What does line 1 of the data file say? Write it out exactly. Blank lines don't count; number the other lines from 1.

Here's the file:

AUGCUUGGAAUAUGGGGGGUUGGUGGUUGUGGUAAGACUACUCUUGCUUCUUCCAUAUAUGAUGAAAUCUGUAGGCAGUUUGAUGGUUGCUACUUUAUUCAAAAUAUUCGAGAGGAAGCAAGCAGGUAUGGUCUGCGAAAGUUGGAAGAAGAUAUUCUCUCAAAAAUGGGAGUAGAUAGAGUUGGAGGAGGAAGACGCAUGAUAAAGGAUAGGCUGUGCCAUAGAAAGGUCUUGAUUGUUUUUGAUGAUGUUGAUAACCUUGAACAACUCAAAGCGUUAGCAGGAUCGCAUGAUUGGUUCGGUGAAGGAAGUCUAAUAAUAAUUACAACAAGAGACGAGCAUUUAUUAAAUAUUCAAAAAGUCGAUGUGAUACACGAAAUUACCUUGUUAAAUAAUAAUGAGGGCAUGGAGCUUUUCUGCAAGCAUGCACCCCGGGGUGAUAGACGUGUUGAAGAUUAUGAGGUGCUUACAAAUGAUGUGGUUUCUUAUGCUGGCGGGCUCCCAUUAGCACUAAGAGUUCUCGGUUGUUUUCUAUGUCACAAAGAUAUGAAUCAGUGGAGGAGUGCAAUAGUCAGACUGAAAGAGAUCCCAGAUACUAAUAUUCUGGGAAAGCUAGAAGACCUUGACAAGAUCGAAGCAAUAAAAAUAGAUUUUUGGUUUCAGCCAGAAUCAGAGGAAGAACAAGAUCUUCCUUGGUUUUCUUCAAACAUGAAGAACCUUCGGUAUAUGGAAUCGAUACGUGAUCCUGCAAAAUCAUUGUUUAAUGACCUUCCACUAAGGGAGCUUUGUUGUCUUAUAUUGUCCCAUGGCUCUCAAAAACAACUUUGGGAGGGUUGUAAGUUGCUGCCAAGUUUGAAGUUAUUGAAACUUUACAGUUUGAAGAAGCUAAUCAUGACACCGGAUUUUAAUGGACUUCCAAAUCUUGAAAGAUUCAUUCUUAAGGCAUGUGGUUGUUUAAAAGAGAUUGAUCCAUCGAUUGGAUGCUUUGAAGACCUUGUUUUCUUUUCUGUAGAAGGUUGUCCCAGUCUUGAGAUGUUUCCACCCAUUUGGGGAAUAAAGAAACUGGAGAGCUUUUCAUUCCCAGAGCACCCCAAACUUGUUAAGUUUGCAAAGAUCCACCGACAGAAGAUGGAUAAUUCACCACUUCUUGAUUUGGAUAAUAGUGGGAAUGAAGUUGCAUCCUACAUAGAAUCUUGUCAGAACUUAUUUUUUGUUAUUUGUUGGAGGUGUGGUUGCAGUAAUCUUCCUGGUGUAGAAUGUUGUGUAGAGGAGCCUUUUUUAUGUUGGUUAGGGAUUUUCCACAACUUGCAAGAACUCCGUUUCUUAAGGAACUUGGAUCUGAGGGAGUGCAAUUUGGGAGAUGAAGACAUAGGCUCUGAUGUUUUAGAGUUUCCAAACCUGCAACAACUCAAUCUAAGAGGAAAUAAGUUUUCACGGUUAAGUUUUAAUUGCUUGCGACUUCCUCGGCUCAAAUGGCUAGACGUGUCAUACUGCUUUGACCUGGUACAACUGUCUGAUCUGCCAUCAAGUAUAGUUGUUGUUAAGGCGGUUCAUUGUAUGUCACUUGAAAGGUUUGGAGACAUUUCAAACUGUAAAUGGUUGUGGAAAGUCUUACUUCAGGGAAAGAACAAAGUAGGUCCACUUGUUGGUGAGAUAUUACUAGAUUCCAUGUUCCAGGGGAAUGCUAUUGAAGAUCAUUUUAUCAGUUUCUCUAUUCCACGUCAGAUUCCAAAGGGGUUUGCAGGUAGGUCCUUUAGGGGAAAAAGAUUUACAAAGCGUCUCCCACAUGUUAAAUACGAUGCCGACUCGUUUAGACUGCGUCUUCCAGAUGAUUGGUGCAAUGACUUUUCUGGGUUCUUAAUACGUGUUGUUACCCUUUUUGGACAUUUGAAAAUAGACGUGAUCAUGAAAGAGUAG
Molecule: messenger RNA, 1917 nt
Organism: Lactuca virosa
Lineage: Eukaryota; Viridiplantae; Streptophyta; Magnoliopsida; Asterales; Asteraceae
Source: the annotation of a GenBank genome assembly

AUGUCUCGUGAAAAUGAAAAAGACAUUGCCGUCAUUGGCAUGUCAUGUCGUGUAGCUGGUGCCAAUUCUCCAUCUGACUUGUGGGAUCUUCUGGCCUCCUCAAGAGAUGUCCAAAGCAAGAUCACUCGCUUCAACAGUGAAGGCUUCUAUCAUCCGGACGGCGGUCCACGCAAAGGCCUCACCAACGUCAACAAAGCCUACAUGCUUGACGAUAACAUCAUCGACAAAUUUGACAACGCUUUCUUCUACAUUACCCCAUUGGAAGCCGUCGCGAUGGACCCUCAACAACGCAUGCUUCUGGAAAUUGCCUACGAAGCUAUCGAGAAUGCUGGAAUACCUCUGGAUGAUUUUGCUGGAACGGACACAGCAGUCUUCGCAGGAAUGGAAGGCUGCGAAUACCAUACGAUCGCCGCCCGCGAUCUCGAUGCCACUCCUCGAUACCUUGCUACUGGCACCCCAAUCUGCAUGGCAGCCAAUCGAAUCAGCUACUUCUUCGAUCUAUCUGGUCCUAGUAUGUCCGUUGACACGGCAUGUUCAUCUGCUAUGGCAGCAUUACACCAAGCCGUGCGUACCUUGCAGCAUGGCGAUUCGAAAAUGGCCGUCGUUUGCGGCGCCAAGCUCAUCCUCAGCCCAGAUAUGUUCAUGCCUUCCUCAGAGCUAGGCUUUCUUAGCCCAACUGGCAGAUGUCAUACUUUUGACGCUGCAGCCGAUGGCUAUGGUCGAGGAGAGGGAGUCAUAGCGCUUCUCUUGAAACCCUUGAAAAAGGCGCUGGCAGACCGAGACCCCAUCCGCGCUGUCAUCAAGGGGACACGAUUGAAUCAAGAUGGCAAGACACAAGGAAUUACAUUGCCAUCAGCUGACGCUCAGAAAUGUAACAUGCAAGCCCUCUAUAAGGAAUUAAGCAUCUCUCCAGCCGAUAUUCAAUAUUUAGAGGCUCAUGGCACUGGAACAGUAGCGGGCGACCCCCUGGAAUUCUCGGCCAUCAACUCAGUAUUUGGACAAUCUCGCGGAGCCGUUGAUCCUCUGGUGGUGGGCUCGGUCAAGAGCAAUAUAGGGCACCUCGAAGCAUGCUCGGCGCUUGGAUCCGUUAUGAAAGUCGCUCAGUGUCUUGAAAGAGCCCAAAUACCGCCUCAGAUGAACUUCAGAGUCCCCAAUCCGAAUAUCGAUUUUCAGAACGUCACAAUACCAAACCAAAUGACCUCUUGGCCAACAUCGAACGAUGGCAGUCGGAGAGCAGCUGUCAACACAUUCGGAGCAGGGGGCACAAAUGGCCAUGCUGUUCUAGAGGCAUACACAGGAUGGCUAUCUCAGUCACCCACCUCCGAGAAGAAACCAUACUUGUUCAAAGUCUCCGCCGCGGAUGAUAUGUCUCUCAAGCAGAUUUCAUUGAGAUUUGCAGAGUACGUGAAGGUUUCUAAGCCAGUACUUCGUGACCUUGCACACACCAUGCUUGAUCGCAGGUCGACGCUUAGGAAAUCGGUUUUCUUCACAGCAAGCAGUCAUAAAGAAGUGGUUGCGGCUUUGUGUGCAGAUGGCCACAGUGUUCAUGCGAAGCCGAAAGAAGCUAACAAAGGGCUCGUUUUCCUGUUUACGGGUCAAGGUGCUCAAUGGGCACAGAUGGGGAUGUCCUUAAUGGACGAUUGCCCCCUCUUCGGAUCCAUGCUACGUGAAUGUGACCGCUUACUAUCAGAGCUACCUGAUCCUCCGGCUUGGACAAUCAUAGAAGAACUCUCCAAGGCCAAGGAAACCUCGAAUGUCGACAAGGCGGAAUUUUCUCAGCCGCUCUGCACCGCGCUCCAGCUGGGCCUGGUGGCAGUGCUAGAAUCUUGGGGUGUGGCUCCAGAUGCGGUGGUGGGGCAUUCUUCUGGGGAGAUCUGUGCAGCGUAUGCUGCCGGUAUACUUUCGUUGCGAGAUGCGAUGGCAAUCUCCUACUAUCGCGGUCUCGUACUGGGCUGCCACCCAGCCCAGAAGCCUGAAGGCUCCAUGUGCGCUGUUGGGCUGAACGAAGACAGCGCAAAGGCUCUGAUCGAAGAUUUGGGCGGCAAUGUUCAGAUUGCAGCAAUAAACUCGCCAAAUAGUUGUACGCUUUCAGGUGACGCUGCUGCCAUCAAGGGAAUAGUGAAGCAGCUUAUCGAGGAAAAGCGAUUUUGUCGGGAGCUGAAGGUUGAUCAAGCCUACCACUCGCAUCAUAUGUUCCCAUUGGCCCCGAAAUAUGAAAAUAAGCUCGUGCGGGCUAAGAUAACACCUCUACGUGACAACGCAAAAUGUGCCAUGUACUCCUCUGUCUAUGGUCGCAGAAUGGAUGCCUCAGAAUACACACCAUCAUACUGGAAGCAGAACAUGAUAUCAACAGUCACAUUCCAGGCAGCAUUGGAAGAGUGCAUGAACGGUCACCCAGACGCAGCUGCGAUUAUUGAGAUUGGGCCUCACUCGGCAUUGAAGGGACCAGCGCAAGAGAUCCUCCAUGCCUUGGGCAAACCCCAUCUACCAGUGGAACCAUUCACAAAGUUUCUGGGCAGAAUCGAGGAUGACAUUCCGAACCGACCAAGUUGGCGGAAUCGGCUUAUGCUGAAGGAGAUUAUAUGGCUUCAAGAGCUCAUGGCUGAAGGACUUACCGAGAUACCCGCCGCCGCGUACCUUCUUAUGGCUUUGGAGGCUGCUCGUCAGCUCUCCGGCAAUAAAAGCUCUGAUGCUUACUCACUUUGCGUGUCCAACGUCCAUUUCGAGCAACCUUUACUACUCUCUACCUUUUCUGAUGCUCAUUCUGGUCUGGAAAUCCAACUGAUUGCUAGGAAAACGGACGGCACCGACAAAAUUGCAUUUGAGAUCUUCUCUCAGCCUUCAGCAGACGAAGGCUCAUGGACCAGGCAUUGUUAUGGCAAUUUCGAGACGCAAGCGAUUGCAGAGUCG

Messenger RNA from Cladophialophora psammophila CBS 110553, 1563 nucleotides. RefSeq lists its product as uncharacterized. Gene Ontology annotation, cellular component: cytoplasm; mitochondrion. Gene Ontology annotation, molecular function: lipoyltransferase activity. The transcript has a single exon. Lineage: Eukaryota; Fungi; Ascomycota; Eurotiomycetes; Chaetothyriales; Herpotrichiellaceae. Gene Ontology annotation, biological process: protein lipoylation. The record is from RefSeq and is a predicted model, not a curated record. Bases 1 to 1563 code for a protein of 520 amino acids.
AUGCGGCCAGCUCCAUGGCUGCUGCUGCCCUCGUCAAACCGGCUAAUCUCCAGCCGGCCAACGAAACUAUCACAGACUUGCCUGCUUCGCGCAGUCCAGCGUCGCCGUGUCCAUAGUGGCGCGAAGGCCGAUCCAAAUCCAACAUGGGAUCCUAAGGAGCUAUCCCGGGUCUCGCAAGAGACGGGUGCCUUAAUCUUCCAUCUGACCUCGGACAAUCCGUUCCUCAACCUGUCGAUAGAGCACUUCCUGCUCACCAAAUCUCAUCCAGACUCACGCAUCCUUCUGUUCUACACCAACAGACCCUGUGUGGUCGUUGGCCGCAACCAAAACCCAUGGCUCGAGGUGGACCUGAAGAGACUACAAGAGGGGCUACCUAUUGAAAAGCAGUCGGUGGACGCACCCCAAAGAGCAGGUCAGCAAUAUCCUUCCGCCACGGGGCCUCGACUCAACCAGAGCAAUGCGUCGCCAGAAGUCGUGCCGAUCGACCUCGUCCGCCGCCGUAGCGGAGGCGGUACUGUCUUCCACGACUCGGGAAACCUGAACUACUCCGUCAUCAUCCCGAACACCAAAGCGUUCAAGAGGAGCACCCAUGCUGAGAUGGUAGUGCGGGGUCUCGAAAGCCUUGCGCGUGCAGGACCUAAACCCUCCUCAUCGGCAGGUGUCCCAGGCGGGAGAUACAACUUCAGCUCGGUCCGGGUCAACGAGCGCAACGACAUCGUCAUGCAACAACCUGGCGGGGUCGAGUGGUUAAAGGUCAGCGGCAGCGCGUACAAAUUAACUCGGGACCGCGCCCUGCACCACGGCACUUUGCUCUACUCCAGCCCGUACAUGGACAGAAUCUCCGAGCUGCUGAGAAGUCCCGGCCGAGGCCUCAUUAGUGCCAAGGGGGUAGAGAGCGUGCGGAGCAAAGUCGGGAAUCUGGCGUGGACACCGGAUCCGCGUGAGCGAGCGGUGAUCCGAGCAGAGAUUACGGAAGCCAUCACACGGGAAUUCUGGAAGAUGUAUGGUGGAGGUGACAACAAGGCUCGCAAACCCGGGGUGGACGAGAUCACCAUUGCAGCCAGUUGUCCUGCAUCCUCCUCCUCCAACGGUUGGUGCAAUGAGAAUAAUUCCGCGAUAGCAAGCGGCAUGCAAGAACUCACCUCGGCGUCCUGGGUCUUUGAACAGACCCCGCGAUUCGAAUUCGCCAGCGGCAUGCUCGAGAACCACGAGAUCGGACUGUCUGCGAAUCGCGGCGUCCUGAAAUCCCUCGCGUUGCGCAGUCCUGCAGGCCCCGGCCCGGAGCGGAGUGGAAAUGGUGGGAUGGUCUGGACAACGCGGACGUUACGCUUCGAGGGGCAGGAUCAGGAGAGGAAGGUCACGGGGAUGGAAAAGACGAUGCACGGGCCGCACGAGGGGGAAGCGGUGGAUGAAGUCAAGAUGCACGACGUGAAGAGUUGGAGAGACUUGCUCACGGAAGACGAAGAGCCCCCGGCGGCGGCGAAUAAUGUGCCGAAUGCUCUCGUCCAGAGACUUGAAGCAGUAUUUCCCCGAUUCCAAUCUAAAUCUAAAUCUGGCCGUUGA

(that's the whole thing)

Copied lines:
AUGCUUGGAAUAUGGGGGGUUGGUGGUUGUGGUAAGACUACUCUUGCUUCUUCCAUAUAUGAUGAAAUCUGUAGGCAGUUUGAUGGUUGCUACUUUAUUCAAAAUAUUCGAGAGGAAGCAAGCAGGUAUGGUCUGCGAAAGUUGGAAGAAGAUAUUCUCUCAAAAAUGGGAGUAGAUAGAGUUGGAGGAGGAAGACGCAUGAUAAAGGAUAGGCUGUGCCAUAGAAAGGUCUUGAUUGUUUUUGAUGAUGUUGAUAACCUUGAACAACUCAAAGCGUUAGCAGGAUCGCAUGAUUGGUUCGGUGAAGGAAGUCUAAUAAUAAUUACAACAAGAGACGAGCAUUUAUUAAAUAUUCAAAAAGUCGAUGUGAUACACGAAAUUACCUUGUUAAAUAAUAAUGAGGGCAUGGAGCUUUUCUGCAAGCAUGCACCCCGGGGUGAUAGACGUGUUGAAGAUUAUGAGGUGCUUACAAAUGAUGUGGUUUCUUAUGCUGGCGGGCUCCCAUUAGCACUAAGAGUUCUCGGUUGUUUUCUAUGUCACAAAGAUAUGAAUCAGUGGAGGAGUGCAAUAGUCAGACUGAAAGAGAUCCCAGAUACUAAUAUUCUGGGAAAGCUAGAAGACCUUGACAAGAUCGAAGCAAUAAAAAUAGAUUUUUGGUUUCAGCCAGAAUCAGAGGAAGAACAAGAUCUUCCUUGGUUUUCUUCAAACAUGAAGAACCUUCGGUAUAUGGAAUCGAUACGUGAUCCUGCAAAAUCAUUGUUUAAUGACCUUCCACUAAGGGAGCUUUGUUGUCUUAUAUUGUCCCAUGGCUCUCAAAAACAACUUUGGGAGGGUUGUAAGUUGCUGCCAAGUUUGAAGUUAUUGAAACUUUACAGUUUGAAGAAGCUAAUCAUGACACCGGAUUUUAAUGGACUUCCAAAUCUUGAAAGAUUCAUUCUUAAGGCAUGUGGUUGUUUAAAAGAGAUUGAUCCAUCGAUUGGAUGCUUUGAAGACCUUGUUUUCUUUUCUGUAGAAGGUUGUCCCAGUCUUGAGAUGUUUCCACCCAUUUGGGGAAUAAAGAAACUGGAGAGCUUUUCAUUCCCAGAGCACCCCAAACUUGUUAAGUUUGCAAAGAUCCACCGACAGAAGAUGGAUAAUUCACCACUUCUUGAUUUGGAUAAUAGUGGGAAUGAAGUUGCAUCCUACAUAGAAUCUUGUCAGAACUUAUUUUUUGUUAUUUGUUGGAGGUGUGGUUGCAGUAAUCUUCCUGGUGUAGAAUGUUGUGUAGAGGAGCCUUUUUUAUGUUGGUUAGGGAUUUUCCACAACUUGCAAGAACUCCGUUUCUUAAGGAACUUGGAUCUGAGGGAGUGCAAUUUGGGAGAUGAAGACAUAGGCUCUGAUGUUUUAGAGUUUCCAAACCUGCAACAACUCAAUCUAAGAGGAAAUAAGUUUUCACGGUUAAGUUUUAAUUGCUUGCGACUUCCUCGGCUCAAAUGGCUAGACGUGUCAUACUGCUUUGACCUGGUACAACUGUCUGAUCUGCCAUCAAGUAUAGUUGUUGUUAAGGCGGUUCAUUGUAUGUCACUUGAAAGGUUUGGAGACAUUUCAAACUGUAAAUGGUUGUGGAAAGUCUUACUUCAGGGAAAGAACAAAGUAGGUCCACUUGUUGGUGAGAUAUUACUAGAUUCCAUGUUCCAGGGGAAUGCUAUUGAAGAUCAUUUUAUCAGUUUCUCUAUUCCACGUCAGAUUCCAAAGGGGUUUGCAGGUAGGUCCUUUAGGGGAAAAAGAUUUACAAAGCGUCUCCCACAUGUUAAAUACGAUGCCGACUCGUUUAGACUGCGUCUUCCAGAUGAUUGGUGCAAUGACUUUUCUGGGUUCUUAAUACGUGUUGUUACCCUUUUUGGACAUUUGAAAAUAGACGUGAUCAUGAAAGAGUAG